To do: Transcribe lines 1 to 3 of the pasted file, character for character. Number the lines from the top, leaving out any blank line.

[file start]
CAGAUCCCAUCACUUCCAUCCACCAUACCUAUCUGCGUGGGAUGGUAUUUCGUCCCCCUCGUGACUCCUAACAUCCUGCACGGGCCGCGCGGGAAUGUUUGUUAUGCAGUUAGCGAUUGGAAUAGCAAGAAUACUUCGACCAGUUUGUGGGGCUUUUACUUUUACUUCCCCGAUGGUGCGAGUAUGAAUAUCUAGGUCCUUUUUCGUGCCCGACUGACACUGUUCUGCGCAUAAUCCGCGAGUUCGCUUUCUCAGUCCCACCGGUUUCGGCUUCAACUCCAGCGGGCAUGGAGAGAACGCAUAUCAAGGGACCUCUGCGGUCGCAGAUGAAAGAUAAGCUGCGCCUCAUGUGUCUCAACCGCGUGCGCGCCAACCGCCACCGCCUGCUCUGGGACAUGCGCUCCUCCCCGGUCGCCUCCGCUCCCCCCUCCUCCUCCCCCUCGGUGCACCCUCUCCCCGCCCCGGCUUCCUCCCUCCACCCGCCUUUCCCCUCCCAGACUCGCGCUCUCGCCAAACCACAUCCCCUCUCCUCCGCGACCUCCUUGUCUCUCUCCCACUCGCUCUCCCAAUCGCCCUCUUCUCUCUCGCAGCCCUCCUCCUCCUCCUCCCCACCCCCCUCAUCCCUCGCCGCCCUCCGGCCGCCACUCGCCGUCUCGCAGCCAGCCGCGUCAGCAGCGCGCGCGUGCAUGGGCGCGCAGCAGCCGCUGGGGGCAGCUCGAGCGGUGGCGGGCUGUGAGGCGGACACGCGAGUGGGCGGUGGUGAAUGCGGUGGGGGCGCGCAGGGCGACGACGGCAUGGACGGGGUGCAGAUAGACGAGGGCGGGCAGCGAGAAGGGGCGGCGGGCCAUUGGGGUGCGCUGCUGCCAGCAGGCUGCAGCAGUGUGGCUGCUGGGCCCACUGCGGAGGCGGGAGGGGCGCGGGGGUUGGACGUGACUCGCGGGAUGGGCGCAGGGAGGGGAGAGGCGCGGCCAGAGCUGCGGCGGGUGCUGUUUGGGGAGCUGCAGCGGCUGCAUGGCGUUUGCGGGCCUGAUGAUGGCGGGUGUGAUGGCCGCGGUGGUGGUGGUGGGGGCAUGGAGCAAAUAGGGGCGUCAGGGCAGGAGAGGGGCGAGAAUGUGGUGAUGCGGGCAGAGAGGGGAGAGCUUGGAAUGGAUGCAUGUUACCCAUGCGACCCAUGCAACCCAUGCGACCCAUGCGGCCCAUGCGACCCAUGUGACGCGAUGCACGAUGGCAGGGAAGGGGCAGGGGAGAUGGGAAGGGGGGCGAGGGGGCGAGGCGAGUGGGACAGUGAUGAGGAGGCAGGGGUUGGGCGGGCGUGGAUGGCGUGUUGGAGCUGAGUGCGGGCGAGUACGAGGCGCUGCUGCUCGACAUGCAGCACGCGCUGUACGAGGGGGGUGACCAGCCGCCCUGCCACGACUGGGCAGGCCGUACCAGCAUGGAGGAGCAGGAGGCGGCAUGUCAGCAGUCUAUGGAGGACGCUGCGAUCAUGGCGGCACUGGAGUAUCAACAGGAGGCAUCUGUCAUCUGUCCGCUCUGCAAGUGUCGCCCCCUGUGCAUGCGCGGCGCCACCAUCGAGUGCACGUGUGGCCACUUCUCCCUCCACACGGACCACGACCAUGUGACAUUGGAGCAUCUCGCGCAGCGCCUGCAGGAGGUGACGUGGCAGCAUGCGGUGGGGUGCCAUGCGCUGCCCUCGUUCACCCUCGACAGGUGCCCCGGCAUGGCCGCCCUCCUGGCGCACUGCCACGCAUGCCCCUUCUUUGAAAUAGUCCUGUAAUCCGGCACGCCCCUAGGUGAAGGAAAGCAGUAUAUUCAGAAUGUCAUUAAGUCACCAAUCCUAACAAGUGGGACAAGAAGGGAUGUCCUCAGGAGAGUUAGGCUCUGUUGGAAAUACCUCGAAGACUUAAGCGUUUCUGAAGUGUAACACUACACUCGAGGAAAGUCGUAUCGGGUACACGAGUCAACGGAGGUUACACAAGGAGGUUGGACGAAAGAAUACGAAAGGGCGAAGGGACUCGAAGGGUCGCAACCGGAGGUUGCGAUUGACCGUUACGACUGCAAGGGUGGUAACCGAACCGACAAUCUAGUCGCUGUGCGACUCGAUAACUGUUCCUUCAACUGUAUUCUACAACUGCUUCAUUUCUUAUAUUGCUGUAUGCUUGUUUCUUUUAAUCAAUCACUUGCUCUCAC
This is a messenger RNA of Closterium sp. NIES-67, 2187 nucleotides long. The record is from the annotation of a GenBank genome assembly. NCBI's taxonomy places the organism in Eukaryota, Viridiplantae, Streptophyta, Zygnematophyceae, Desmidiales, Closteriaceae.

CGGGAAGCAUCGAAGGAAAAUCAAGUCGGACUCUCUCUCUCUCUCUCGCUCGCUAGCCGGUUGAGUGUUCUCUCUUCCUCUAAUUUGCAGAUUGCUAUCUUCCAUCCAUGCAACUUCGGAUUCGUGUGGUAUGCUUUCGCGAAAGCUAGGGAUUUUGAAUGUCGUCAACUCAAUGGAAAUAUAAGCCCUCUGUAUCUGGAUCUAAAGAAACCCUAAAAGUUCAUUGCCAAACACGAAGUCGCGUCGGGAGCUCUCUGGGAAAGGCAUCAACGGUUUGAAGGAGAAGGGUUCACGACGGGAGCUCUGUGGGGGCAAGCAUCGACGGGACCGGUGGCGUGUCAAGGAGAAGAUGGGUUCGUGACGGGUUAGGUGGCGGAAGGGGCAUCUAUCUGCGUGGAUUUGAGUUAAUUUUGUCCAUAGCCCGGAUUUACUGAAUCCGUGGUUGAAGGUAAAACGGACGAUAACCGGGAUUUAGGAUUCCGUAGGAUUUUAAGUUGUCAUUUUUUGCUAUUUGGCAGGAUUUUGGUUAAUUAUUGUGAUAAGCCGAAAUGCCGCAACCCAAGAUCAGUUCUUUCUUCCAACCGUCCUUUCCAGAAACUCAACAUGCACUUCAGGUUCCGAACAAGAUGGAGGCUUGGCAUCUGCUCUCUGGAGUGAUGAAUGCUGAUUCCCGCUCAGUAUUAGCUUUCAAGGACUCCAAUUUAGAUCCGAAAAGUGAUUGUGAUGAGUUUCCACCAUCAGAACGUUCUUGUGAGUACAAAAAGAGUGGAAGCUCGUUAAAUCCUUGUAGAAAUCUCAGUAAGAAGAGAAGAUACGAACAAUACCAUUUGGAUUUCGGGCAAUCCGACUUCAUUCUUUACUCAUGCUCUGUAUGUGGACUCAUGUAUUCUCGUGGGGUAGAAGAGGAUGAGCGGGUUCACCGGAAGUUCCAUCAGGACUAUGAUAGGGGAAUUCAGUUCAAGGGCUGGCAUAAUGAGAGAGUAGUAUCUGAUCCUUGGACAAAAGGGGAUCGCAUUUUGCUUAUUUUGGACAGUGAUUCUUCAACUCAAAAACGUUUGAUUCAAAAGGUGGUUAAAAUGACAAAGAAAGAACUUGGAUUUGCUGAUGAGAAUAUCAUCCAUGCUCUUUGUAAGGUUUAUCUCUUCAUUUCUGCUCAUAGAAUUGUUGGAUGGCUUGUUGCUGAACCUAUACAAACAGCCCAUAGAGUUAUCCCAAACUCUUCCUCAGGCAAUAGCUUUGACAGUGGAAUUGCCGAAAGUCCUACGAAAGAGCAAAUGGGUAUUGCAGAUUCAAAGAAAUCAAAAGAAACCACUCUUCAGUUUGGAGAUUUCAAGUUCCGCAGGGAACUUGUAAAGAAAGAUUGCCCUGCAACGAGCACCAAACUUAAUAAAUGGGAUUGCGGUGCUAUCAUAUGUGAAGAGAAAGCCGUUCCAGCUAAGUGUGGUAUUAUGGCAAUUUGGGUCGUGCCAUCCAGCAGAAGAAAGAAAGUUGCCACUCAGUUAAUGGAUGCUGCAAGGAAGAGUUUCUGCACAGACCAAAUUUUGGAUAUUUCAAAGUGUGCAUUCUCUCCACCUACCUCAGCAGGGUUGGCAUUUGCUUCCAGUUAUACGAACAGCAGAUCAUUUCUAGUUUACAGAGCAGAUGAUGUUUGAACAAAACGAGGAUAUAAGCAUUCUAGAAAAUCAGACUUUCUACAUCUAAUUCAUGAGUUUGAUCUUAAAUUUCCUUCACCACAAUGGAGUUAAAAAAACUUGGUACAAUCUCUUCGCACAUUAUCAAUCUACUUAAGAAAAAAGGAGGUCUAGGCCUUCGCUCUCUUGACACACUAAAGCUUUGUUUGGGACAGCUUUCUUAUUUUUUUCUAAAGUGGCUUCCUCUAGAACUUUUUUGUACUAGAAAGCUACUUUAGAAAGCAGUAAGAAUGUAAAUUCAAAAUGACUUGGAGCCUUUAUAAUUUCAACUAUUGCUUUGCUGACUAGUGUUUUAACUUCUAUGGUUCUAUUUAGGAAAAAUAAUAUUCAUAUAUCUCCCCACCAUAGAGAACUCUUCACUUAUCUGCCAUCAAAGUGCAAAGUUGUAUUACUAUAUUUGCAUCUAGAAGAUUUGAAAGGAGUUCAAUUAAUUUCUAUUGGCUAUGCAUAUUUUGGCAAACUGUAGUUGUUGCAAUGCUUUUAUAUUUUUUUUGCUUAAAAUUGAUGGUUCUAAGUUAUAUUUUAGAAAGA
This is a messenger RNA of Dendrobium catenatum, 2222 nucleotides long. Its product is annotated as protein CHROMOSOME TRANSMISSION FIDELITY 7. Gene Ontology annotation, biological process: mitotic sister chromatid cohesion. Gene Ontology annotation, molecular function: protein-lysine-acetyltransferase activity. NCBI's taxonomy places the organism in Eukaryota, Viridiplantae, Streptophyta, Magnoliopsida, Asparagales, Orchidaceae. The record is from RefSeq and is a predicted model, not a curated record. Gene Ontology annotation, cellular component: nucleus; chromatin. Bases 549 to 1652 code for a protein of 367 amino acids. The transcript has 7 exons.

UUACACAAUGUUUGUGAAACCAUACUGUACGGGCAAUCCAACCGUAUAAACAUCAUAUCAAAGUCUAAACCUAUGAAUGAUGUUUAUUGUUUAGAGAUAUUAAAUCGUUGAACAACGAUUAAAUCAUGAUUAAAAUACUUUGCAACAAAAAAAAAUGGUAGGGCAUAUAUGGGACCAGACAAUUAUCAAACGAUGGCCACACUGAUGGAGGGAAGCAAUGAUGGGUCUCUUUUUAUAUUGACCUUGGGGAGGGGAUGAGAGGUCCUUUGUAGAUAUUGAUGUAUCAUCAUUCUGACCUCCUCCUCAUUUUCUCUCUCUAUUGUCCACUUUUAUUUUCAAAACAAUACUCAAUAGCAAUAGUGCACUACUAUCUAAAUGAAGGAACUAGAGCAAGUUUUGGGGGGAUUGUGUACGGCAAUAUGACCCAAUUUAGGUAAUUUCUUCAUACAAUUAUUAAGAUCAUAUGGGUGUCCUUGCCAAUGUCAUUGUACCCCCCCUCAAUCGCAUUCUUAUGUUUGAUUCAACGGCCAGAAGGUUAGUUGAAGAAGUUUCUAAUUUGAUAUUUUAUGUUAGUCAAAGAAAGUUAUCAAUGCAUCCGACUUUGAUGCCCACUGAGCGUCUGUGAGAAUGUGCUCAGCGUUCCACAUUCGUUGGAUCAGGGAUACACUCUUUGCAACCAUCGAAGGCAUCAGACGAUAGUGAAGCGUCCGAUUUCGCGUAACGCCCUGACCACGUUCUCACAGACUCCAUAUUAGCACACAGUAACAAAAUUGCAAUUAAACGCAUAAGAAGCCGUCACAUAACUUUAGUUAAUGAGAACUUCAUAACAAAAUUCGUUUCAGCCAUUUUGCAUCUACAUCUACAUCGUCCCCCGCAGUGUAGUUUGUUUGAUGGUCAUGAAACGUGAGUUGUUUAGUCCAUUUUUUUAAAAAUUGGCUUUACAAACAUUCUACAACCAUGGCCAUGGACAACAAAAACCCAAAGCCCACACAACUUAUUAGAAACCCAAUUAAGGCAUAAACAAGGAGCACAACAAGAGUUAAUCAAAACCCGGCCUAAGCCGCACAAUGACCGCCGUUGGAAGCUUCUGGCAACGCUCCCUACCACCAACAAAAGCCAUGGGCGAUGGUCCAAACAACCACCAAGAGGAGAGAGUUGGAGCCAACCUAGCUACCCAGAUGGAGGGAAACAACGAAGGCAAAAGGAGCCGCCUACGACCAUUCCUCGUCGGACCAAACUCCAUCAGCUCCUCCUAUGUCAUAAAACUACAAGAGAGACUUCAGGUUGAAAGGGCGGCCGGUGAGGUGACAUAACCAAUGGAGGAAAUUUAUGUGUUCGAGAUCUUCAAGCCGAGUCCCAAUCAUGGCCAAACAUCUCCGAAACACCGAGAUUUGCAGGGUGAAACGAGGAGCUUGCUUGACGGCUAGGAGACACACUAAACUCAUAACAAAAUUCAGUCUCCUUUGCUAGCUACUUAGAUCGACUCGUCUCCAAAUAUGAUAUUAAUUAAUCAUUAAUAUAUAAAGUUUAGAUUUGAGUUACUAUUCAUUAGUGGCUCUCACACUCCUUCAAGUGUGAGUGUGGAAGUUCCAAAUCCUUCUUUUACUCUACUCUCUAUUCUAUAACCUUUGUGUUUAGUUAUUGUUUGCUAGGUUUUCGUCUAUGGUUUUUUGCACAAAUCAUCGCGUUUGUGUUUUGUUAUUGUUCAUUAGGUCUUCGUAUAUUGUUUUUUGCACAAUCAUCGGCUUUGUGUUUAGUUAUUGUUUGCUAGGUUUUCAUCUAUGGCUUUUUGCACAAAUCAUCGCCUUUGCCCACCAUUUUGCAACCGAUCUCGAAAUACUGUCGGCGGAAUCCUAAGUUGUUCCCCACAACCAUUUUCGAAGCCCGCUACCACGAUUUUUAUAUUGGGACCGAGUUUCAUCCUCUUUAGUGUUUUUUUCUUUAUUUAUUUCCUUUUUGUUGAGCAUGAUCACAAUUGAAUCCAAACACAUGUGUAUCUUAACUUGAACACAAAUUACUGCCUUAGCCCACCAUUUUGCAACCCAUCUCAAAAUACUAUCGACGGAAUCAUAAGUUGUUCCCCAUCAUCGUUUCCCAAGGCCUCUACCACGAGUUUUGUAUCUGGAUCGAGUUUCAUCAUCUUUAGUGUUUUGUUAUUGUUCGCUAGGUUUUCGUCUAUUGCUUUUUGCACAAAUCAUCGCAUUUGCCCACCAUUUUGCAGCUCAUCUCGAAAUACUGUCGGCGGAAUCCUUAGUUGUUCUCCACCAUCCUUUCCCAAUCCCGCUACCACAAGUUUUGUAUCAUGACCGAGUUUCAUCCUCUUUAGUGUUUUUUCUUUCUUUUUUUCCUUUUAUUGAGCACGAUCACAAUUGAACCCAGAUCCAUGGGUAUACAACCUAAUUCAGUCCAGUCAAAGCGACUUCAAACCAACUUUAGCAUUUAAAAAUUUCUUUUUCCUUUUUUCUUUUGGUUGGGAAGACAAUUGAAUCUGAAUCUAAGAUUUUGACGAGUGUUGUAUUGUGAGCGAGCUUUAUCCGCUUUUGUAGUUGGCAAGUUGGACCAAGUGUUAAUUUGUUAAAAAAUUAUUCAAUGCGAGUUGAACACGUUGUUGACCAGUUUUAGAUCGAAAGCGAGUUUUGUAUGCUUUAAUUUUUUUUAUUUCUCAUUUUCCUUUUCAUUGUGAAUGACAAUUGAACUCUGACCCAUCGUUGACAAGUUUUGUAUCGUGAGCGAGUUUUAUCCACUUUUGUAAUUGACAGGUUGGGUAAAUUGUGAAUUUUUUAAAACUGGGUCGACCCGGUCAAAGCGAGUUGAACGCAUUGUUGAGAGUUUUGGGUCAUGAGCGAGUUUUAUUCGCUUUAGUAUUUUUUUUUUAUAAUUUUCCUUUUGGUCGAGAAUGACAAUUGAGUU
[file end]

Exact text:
CAGAUCCCAUCACUUCCAUCCACCAUACCUAUCUGCGUGGGAUGGUAUUUCGUCCCCCUCGUGACUCCUAACAUCCUGCACGGGCCGCGCGGGAAUGUUUGUUAUGCAGUUAGCGAUUGGAAUAGCAAGAAUACUUCGACCAGUUUGUGGGGCUUUUACUUUUACUUCCCCGAUGGUGCGAGUAUGAAUAUCUAGGUCCUUUUUCGUGCCCGACUGACACUGUUCUGCGCAUAAUCCGCGAGUUCGCUUUCUCAGUCCCACCGGUUUCGGCUUCAACUCCAGCGGGCAUGGAGAGAACGCAUAUCAAGGGACCUCUGCGGUCGCAGAUGAAAGAUAAGCUGCGCCUCAUGUGUCUCAACCGCGUGCGCGCCAACCGCCACCGCCUGCUCUGGGACAUGCGCUCCUCCCCGGUCGCCUCCGCUCCCCCCUCCUCCUCCCCCUCGGUGCACCCUCUCCCCGCCCCGGCUUCCUCCCUCCACCCGCCUUUCCCCUCCCAGACUCGCGCUCUCGCCAAACCACAUCCCCUCUCCUCCGCGACCUCCUUGUCUCUCUCCCACUCGCUCUCCCAAUCGCCCUCUUCUCUCUCGCAGCCCUCCUCCUCCUCCUCCCCACCCCCCUCAUCCCUCGCCGCCCUCCGGCCGCCACUCGCCGUCUCGCAGCCAGCCGCGUCAGCAGCGCGCGCGUGCAUGGGCGCGCAGCAGCCGCUGGGGGCAGCUCGAGCGGUGGCGGGCUGUGAGGCGGACACGCGAGUGGGCGGUGGUGAAUGCGGUGGGGGCGCGCAGGGCGACGACGGCAUGGACGGGGUGCAGAUAGACGAGGGCGGGCAGCGAGAAGGGGCGGCGGGCCAUUGGGGUGCGCUGCUGCCAGCAGGCUGCAGCAGUGUGGCUGCUGGGCCCACUGCGGAGGCGGGAGGGGCGCGGGGGUUGGACGUGACUCGCGGGAUGGGCGCAGGGAGGGGAGAGGCGCGGCCAGAGCUGCGGCGGGUGCUGUUUGGGGAGCUGCAGCGGCUGCAUGGCGUUUGCGGGCCUGAUGAUGGCGGGUGUGAUGGCCGCGGUGGUGGUGGUGGGGGCAUGGAGCAAAUAGGGGCGUCAGGGCAGGAGAGGGGCGAGAAUGUGGUGAUGCGGGCAGAGAGGGGAGAGCUUGGAAUGGAUGCAUGUUACCCAUGCGACCCAUGCAACCCAUGCGACCCAUGCGGCCCAUGCGACCCAUGUGACGCGAUGCACGAUGGCAGGGAAGGGGCAGGGGAGAUGGGAAGGGGGGCGAGGGGGCGAGGCGAGUGGGACAGUGAUGAGGAGGCAGGGGUUGGGCGGGCGUGGAUGGCGUGUUGGAGCUGAGUGCGGGCGAGUACGAGGCGCUGCUGCUCGACAUGCAGCACGCGCUGUACGAGGGGGGUGACCAGCCGCCCUGCCACGACUGGGCAGGCCGUACCAGCAUGGAGGAGCAGGAGGCGGCAUGUCAGCAGUCUAUGGAGGACGCUGCGAUCAUGGCGGCACUGGAGUAUCAACAGGAGGCAUCUGUCAUCUGUCCGCUCUGCAAGUGUCGCCCCCUGUGCAUGCGCGGCGCCACCAUCGAGUGCACGUGUGGCCACUUCUCCCUCCACACGGACCACGACCAUGUGACAUUGGAGCAUCUCGCGCAGCGCCUGCAGGAGGUGACGUGGCAGCAUGCGGUGGGGUGCCAUGCGCUGCCCUCGUUCACCCUCGACAGGUGCCCCGGCAUGGCCGCCCUCCUGGCGCACUGCCACGCAUGCCCCUUCUUUGAAAUAGUCCUGUAAUCCGGCACGCCCCUAGGUGAAGGAAAGCAGUAUAUUCAGAAUGUCAUUAAGUCACCAAUCCUAACAAGUGGGACAAGAAGGGAUGUCCUCAGGAGAGUUAGGCUCUGUUGGAAAUACCUCGAAGACUUAAGCGUUUCUGAAGUGUAACACUACACUCGAGGAAAGUCGUAUCGGGUACACGAGUCAACGGAGGUUACACAAGGAGGUUGGACGAAAGAAUACGAAAGGGCGAAGGGACUCGAAGGGUCGCAACCGGAGGUUGCGAUUGACCGUUACGACUGCAAGGGUGGUAACCGAACCGACAAUCUAGUCGCUGUGCGACUCGAUAACUGUUCCUUCAACUGUAUUCUACAACUGCUUCAUUUCUUAUAUUGCUGUAUGCUUGUUUCUUUUAAUCAAUCACUUGCUCUCAC
This is a messenger RNA of Closterium sp. NIES-67, 2187 nucleotides long. The record is from the annotation of a GenBank genome assembly. NCBI's taxonomy places the organism in Eukaryota, Viridiplantae, Streptophyta, Zygnematophyceae, Desmidiales, Closteriaceae.

CGGGAAGCAUCGAAGGAAAAUCAAGUCGGACUCUCUCUCUCUCUCUCGCUCGCUAGCCGGUUGAGUGUUCUCUCUUCCUCUAAUUUGCAGAUUGCUAUCUUCCAUCCAUGCAACUUCGGAUUCGUGUGGUAUGCUUUCGCGAAAGCUAGGGAUUUUGAAUGUCGUCAACUCAAUGGAAAUAUAAGCCCUCUGUAUCUGGAUCUAAAGAAACCCUAAAAGUUCAUUGCCAAACACGAAGUCGCGUCGGGAGCUCUCUGGGAAAGGCAUCAACGGUUUGAAGGAGAAGGGUUCACGACGGGAGCUCUGUGGGGGCAAGCAUCGACGGGACCGGUGGCGUGUCAAGGAGAAGAUGGGUUCGUGACGGGUUAGGUGGCGGAAGGGGCAUCUAUCUGCGUGGAUUUGAGUUAAUUUUGUCCAUAGCCCGGAUUUACUGAAUCCGUGGUUGAAGGUAAAACGGACGAUAACCGGGAUUUAGGAUUCCGUAGGAUUUUAAGUUGUCAUUUUUUGCUAUUUGGCAGGAUUUUGGUUAAUUAUUGUGAUAAGCCGAAAUGCCGCAACCCAAGAUCAGUUCUUUCUUCCAACCGUCCUUUCCAGAAACUCAACAUGCACUUCAGGUUCCGAACAAGAUGGAGGCUUGGCAUCUGCUCUCUGGAGUGAUGAAUGCUGAUUCCCGCUCAGUAUUAGCUUUCAAGGACUCCAAUUUAGAUCCGAAAAGUGAUUGUGAUGAGUUUCCACCAUCAGAACGUUCUUGUGAGUACAAAAAGAGUGGAAGCUCGUUAAAUCCUUGUAGAAAUCUCAGUAAGAAGAGAAGAUACGAACAAUACCAUUUGGAUUUCGGGCAAUCCGACUUCAUUCUUUACUCAUGCUCUGUAUGUGGACUCAUGUAUUCUCGUGGGGUAGAAGAGGAUGAGCGGGUUCACCGGAAGUUCCAUCAGGACUAUGAUAGGGGAAUUCAGUUCAAGGGCUGGCAUAAUGAGAGAGUAGUAUCUGAUCCUUGGACAAAAGGGGAUCGCAUUUUGCUUAUUUUGGACAGUGAUUCUUCAACUCAAAAACGUUUGAUUCAAAAGGUGGUUAAAAUGACAAAGAAAGAACUUGGAUUUGCUGAUGAGAAUAUCAUCCAUGCUCUUUGUAAGGUUUAUCUCUUCAUUUCUGCUCAUAGAAUUGUUGGAUGGCUUGUUGCUGAACCUAUACAAACAGCCCAUAGAGUUAUCCCAAACUCUUCCUCAGGCAAUAGCUUUGACAGUGGAAUUGCCGAAAGUCCUACGAAAGAGCAAAUGGGUAUUGCAGAUUCAAAGAAAUCAAAAGAAACCACUCUUCAGUUUGGAGAUUUCAAGUUCCGCAGGGAACUUGUAAAGAAAGAUUGCCCUGCAACGAGCACCAAACUUAAUAAAUGGGAUUGCGGUGCUAUCAUAUGUGAAGAGAAAGCCGUUCCAGCUAAGUGUGGUAUUAUGGCAAUUUGGGUCGUGCCAUCCAGCAGAAGAAAGAAAGUUGCCACUCAGUUAAUGGAUGCUGCAAGGAAGAGUUUCUGCACAGACCAAAUUUUGGAUAUUUCAAAGUGUGCAUUCUCUCCACCUACCUCAGCAGGGUUGGCAUUUGCUUCCAGUUAUACGAACAGCAGAUCAUUUCUAGUUUACAGAGCAGAUGAUGUUUGAACAAAACGAGGAUAUAAGCAUUCUAGAAAAUCAGACUUUCUACAUCUAAUUCAUGAGUUUGAUCUUAAAUUUCCUUCACCACAAUGGAGUUAAAAAAACUUGGUACAAUCUCUUCGCACAUUAUCAAUCUACUUAAGAAAAAAGGAGGUCUAGGCCUUCGCUCUCUUGACACACUAAAGCUUUGUUUGGGACAGCUUUCUUAUUUUUUUCUAAAGUGGCUUCCUCUAGAACUUUUUUGUACUAGAAAGCUACUUUAGAAAGCAGUAAGAAUGUAAAUUCAAAAUGACUUGGAGCCUUUAUAAUUUCAACUAUUGCUUUGCUGACUAGUGUUUUAACUUCUAUGGUUCUAUUUAGGAAAAAUAAUAUUCAUAUAUCUCCCCACCAUAGAGAACUCUUCACUUAUCUGCCAUCAAAGUGCAAAGUUGUAUUACUAUAUUUGCAUCUAGAAGAUUUGAAAGGAGUUCAAUUAAUUUCUAUUGGCUAUGCAUAUUUUGGCAAACUGUAGUUGUUGCAAUGCUUUUAUAUUUUUUUUGCUUAAAAUUGAUGGUUCUAAGUUAUAUUUUAGAAAGA